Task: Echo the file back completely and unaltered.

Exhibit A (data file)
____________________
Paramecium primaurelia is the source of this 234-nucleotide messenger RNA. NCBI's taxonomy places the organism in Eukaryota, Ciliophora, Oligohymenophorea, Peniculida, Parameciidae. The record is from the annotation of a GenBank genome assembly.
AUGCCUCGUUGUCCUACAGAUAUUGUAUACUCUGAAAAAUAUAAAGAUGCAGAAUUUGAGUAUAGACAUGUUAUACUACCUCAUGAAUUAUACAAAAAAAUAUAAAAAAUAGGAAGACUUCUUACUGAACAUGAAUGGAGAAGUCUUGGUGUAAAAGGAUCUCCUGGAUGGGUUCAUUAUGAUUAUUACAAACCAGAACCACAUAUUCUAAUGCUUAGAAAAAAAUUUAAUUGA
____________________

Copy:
Paramecium primaurelia is the source of this 234-nucleotide messenger RNA. NCBI's taxonomy places the organism in Eukaryota, Ciliophora, Oligohymenophorea, Peniculida, Parameciidae. The record is from the annotation of a GenBank genome assembly.
AUGCCUCGUUGUCCUACAGAUAUUGUAUACUCUGAAAAAUAUAAAGAUGCAGAAUUUGAGUAUAGACAUGUUAUACUACCUCAUGAAUUAUACAAAAAAAUAUAAAAAAUAGGAAGACUUCUUACUGAACAUGAAUGGAGAAGUCUUGGUGUAAAAGGAUCUCCUGGAUGGGUUCAUUAUGAUUAUUACAAACCAGAACCACAUAUUCUAAUGCUUAGAAAAAAAUUUAAUUGA